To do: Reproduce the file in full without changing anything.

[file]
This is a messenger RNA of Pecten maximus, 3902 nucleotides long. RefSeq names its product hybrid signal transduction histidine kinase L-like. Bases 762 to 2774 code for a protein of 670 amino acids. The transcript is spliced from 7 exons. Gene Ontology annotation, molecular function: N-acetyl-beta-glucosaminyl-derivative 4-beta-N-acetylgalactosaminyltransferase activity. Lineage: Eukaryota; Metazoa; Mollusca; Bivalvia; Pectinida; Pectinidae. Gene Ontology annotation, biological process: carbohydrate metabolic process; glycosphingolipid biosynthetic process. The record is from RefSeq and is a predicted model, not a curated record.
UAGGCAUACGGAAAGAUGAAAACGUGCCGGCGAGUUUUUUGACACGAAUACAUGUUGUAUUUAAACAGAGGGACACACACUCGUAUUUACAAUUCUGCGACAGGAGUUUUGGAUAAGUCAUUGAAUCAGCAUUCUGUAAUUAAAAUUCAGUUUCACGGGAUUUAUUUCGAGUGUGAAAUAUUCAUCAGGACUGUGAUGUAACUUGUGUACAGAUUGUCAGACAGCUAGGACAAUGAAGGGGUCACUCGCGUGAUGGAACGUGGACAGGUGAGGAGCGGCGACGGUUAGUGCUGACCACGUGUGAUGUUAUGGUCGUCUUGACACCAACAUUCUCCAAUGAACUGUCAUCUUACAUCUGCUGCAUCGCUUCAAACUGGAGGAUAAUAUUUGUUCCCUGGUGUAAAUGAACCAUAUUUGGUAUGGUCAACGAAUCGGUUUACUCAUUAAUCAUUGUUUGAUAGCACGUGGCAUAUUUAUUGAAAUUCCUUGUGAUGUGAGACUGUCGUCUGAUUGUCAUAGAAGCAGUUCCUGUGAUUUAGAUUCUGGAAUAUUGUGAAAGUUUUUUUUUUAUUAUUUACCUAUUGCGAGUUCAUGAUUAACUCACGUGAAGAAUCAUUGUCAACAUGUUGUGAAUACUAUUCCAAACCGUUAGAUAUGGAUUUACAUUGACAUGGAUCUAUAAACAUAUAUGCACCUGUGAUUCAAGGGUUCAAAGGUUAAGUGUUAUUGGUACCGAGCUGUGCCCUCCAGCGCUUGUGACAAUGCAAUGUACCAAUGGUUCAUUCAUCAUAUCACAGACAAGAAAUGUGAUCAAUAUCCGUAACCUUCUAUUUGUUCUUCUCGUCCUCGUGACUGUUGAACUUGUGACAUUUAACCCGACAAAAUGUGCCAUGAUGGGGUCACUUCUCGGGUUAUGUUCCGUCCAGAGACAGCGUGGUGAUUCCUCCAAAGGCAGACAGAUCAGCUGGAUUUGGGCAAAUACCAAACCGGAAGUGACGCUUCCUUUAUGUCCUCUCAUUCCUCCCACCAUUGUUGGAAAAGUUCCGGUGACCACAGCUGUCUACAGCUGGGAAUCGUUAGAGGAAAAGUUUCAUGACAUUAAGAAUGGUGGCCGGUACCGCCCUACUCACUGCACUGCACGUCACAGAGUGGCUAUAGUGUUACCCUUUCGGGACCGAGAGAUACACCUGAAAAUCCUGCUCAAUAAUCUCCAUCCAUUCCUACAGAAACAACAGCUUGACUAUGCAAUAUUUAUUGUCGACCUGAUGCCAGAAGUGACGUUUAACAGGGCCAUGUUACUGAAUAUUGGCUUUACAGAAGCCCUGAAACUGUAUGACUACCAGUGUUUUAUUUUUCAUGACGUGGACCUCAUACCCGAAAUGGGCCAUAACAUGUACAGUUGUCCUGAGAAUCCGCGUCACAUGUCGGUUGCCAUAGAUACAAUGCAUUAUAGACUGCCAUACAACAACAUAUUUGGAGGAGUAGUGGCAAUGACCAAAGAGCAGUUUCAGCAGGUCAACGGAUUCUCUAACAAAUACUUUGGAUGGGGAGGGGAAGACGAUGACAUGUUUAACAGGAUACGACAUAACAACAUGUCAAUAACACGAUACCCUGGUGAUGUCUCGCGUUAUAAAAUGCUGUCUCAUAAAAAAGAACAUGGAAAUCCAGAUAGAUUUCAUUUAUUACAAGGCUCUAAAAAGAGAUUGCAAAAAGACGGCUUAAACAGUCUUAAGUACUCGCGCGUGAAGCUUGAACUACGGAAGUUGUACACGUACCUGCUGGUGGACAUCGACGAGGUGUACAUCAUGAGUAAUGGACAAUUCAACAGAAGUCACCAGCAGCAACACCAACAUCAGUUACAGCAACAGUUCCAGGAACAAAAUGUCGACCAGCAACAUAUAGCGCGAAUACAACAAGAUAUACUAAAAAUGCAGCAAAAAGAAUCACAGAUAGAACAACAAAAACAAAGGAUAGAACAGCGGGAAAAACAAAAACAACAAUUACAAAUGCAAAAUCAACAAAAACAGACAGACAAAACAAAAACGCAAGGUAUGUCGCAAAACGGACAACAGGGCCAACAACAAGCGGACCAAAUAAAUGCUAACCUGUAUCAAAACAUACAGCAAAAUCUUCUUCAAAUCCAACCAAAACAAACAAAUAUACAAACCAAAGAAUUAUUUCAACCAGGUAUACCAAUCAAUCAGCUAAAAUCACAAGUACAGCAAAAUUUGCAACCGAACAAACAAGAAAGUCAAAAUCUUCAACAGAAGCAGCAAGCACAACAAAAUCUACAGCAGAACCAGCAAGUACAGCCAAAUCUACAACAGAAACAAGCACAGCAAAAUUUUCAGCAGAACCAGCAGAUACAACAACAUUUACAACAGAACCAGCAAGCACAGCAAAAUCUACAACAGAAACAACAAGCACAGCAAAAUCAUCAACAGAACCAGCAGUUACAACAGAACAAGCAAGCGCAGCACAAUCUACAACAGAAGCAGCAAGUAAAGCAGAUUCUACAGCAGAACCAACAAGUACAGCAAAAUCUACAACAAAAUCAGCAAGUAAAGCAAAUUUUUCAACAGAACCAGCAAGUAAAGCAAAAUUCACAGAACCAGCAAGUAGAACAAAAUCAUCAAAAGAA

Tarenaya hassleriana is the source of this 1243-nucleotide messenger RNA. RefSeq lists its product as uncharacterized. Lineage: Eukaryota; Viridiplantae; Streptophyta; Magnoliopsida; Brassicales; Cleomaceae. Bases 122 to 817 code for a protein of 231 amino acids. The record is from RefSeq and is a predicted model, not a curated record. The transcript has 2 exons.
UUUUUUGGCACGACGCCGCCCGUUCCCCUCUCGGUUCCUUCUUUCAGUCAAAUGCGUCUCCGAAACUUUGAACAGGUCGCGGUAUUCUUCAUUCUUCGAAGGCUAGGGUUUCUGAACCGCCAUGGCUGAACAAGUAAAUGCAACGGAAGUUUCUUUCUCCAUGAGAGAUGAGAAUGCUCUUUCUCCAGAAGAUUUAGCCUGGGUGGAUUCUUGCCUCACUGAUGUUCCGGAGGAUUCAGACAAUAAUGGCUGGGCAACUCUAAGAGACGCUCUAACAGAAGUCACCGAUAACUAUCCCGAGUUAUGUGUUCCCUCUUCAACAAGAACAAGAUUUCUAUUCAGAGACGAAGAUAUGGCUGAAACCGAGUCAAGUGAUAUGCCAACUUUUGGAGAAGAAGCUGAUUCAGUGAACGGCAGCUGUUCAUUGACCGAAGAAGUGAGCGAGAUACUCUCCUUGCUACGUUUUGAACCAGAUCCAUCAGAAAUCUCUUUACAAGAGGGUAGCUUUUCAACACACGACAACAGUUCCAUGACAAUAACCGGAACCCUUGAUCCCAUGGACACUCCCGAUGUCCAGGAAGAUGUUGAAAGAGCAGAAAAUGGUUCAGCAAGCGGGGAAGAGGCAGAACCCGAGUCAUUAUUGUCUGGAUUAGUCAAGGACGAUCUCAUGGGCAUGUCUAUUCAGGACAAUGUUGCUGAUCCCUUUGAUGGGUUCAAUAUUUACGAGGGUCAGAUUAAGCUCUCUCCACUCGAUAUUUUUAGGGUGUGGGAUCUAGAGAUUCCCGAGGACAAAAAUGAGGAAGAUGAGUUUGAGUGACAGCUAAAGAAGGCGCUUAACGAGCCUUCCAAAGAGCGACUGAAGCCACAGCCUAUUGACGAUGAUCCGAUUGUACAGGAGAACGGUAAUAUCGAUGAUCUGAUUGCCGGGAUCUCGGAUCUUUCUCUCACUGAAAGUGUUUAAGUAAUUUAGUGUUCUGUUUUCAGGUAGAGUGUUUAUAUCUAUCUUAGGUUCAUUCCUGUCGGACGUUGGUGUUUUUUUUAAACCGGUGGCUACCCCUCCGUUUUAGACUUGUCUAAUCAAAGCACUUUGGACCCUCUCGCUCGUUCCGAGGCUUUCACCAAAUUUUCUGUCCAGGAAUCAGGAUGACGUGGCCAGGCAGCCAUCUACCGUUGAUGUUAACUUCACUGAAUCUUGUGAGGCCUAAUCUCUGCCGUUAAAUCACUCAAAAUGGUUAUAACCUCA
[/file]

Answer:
This is a messenger RNA of Pecten maximus, 3902 nucleotides long. RefSeq names its product hybrid signal transduction histidine kinase L-like. Bases 762 to 2774 code for a protein of 670 amino acids. The transcript is spliced from 7 exons. Gene Ontology annotation, molecular function: N-acetyl-beta-glucosaminyl-derivative 4-beta-N-acetylgalactosaminyltransferase activity. Lineage: Eukaryota; Metazoa; Mollusca; Bivalvia; Pectinida; Pectinidae. Gene Ontology annotation, biological process: carbohydrate metabolic process; glycosphingolipid biosynthetic process. The record is from RefSeq and is a predicted model, not a curated record.
UAGGCAUACGGAAAGAUGAAAACGUGCCGGCGAGUUUUUUGACACGAAUACAUGUUGUAUUUAAACAGAGGGACACACACUCGUAUUUACAAUUCUGCGACAGGAGUUUUGGAUAAGUCAUUGAAUCAGCAUUCUGUAAUUAAAAUUCAGUUUCACGGGAUUUAUUUCGAGUGUGAAAUAUUCAUCAGGACUGUGAUGUAACUUGUGUACAGAUUGUCAGACAGCUAGGACAAUGAAGGGGUCACUCGCGUGAUGGAACGUGGACAGGUGAGGAGCGGCGACGGUUAGUGCUGACCACGUGUGAUGUUAUGGUCGUCUUGACACCAACAUUCUCCAAUGAACUGUCAUCUUACAUCUGCUGCAUCGCUUCAAACUGGAGGAUAAUAUUUGUUCCCUGGUGUAAAUGAACCAUAUUUGGUAUGGUCAACGAAUCGGUUUACUCAUUAAUCAUUGUUUGAUAGCACGUGGCAUAUUUAUUGAAAUUCCUUGUGAUGUGAGACUGUCGUCUGAUUGUCAUAGAAGCAGUUCCUGUGAUUUAGAUUCUGGAAUAUUGUGAAAGUUUUUUUUUUAUUAUUUACCUAUUGCGAGUUCAUGAUUAACUCACGUGAAGAAUCAUUGUCAACAUGUUGUGAAUACUAUUCCAAACCGUUAGAUAUGGAUUUACAUUGACAUGGAUCUAUAAACAUAUAUGCACCUGUGAUUCAAGGGUUCAAAGGUUAAGUGUUAUUGGUACCGAGCUGUGCCCUCCAGCGCUUGUGACAAUGCAAUGUACCAAUGGUUCAUUCAUCAUAUCACAGACAAGAAAUGUGAUCAAUAUCCGUAACCUUCUAUUUGUUCUUCUCGUCCUCGUGACUGUUGAACUUGUGACAUUUAACCCGACAAAAUGUGCCAUGAUGGGGUCACUUCUCGGGUUAUGUUCCGUCCAGAGACAGCGUGGUGAUUCCUCCAAAGGCAGACAGAUCAGCUGGAUUUGGGCAAAUACCAAACCGGAAGUGACGCUUCCUUUAUGUCCUCUCAUUCCUCCCACCAUUGUUGGAAAAGUUCCGGUGACCACAGCUGUCUACAGCUGGGAAUCGUUAGAGGAAAAGUUUCAUGACAUUAAGAAUGGUGGCCGGUACCGCCCUACUCACUGCACUGCACGUCACAGAGUGGCUAUAGUGUUACCCUUUCGGGACCGAGAGAUACACCUGAAAAUCCUGCUCAAUAAUCUCCAUCCAUUCCUACAGAAACAACAGCUUGACUAUGCAAUAUUUAUUGUCGACCUGAUGCCAGAAGUGACGUUUAACAGGGCCAUGUUACUGAAUAUUGGCUUUACAGAAGCCCUGAAACUGUAUGACUACCAGUGUUUUAUUUUUCAUGACGUGGACCUCAUACCCGAAAUGGGCCAUAACAUGUACAGUUGUCCUGAGAAUCCGCGUCACAUGUCGGUUGCCAUAGAUACAAUGCAUUAUAGACUGCCAUACAACAACAUAUUUGGAGGAGUAGUGGCAAUGACCAAAGAGCAGUUUCAGCAGGUCAACGGAUUCUCUAACAAAUACUUUGGAUGGGGAGGGGAAGACGAUGACAUGUUUAACAGGAUACGACAUAACAACAUGUCAAUAACACGAUACCCUGGUGAUGUCUCGCGUUAUAAAAUGCUGUCUCAUAAAAAAGAACAUGGAAAUCCAGAUAGAUUUCAUUUAUUACAAGGCUCUAAAAAGAGAUUGCAAAAAGACGGCUUAAACAGUCUUAAGUACUCGCGCGUGAAGCUUGAACUACGGAAGUUGUACACGUACCUGCUGGUGGACAUCGACGAGGUGUACAUCAUGAGUAAUGGACAAUUCAACAGAAGUCACCAGCAGCAACACCAACAUCAGUUACAGCAACAGUUCCAGGAACAAAAUGUCGACCAGCAACAUAUAGCGCGAAUACAACAAGAUAUACUAAAAAUGCAGCAAAAAGAAUCACAGAUAGAACAACAAAAACAAAGGAUAGAACAGCGGGAAAAACAAAAACAACAAUUACAAAUGCAAAAUCAACAAAAACAGACAGACAAAACAAAAACGCAAGGUAUGUCGCAAAACGGACAACAGGGCCAACAACAAGCGGACCAAAUAAAUGCUAACCUGUAUCAAAACAUACAGCAAAAUCUUCUUCAAAUCCAACCAAAACAAACAAAUAUACAAACCAAAGAAUUAUUUCAACCAGGUAUACCAAUCAAUCAGCUAAAAUCACAAGUACAGCAAAAUUUGCAACCGAACAAACAAGAAAGUCAAAAUCUUCAACAGAAGCAGCAAGCACAACAAAAUCUACAGCAGAACCAGCAAGUACAGCCAAAUCUACAACAGAAACAAGCACAGCAAAAUUUUCAGCAGAACCAGCAGAUACAACAACAUUUACAACAGAACCAGCAAGCACAGCAAAAUCUACAACAGAAACAACAAGCACAGCAAAAUCAUCAACAGAACCAGCAGUUACAACAGAACAAGCAAGCGCAGCACAAUCUACAACAGAAGCAGCAAGUAAAGCAGAUUCUACAGCAGAACCAACAAGUACAGCAAAAUCUACAACAAAAUCAGCAAGUAAAGCAAAUUUUUCAACAGAACCAGCAAGUAAAGCAAAAUUCACAGAACCAGCAAGUAGAACAAAAUCAUCAAAAGAA

Tarenaya hassleriana is the source of this 1243-nucleotide messenger RNA. RefSeq lists its product as uncharacterized. Lineage: Eukaryota; Viridiplantae; Streptophyta; Magnoliopsida; Brassicales; Cleomaceae. Bases 122 to 817 code for a protein of 231 amino acids. The record is from RefSeq and is a predicted model, not a curated record. The transcript has 2 exons.
UUUUUUGGCACGACGCCGCCCGUUCCCCUCUCGGUUCCUUCUUUCAGUCAAAUGCGUCUCCGAAACUUUGAACAGGUCGCGGUAUUCUUCAUUCUUCGAAGGCUAGGGUUUCUGAACCGCCAUGGCUGAACAAGUAAAUGCAACGGAAGUUUCUUUCUCCAUGAGAGAUGAGAAUGCUCUUUCUCCAGAAGAUUUAGCCUGGGUGGAUUCUUGCCUCACUGAUGUUCCGGAGGAUUCAGACAAUAAUGGCUGGGCAACUCUAAGAGACGCUCUAACAGAAGUCACCGAUAACUAUCCCGAGUUAUGUGUUCCCUCUUCAACAAGAACAAGAUUUCUAUUCAGAGACGAAGAUAUGGCUGAAACCGAGUCAAGUGAUAUGCCAACUUUUGGAGAAGAAGCUGAUUCAGUGAACGGCAGCUGUUCAUUGACCGAAGAAGUGAGCGAGAUACUCUCCUUGCUACGUUUUGAACCAGAUCCAUCAGAAAUCUCUUUACAAGAGGGUAGCUUUUCAACACACGACAACAGUUCCAUGACAAUAACCGGAACCCUUGAUCCCAUGGACACUCCCGAUGUCCAGGAAGAUGUUGAAAGAGCAGAAAAUGGUUCAGCAAGCGGGGAAGAGGCAGAACCCGAGUCAUUAUUGUCUGGAUUAGUCAAGGACGAUCUCAUGGGCAUGUCUAUUCAGGACAAUGUUGCUGAUCCCUUUGAUGGGUUCAAUAUUUACGAGGGUCAGAUUAAGCUCUCUCCACUCGAUAUUUUUAGGGUGUGGGAUCUAGAGAUUCCCGAGGACAAAAAUGAGGAAGAUGAGUUUGAGUGACAGCUAAAGAAGGCGCUUAACGAGCCUUCCAAAGAGCGACUGAAGCCACAGCCUAUUGACGAUGAUCCGAUUGUACAGGAGAACGGUAAUAUCGAUGAUCUGAUUGCCGGGAUCUCGGAUCUUUCUCUCACUGAAAGUGUUUAAGUAAUUUAGUGUUCUGUUUUCAGGUAGAGUGUUUAUAUCUAUCUUAGGUUCAUUCCUGUCGGACGUUGGUGUUUUUUUUAAACCGGUGGCUACCCCUCCGUUUUAGACUUGUCUAAUCAAAGCACUUUGGACCCUCUCGCUCGUUCCGAGGCUUUCACCAAAUUUUCUGUCCAGGAAUCAGGAUGACGUGGCCAGGCAGCCAUCUACCGUUGAUGUUAACUUCACUGAAUCUUGUGAGGCCUAAUCUCUGCCGUUAAAUCACUCAAAAUGGUUAUAACCUCA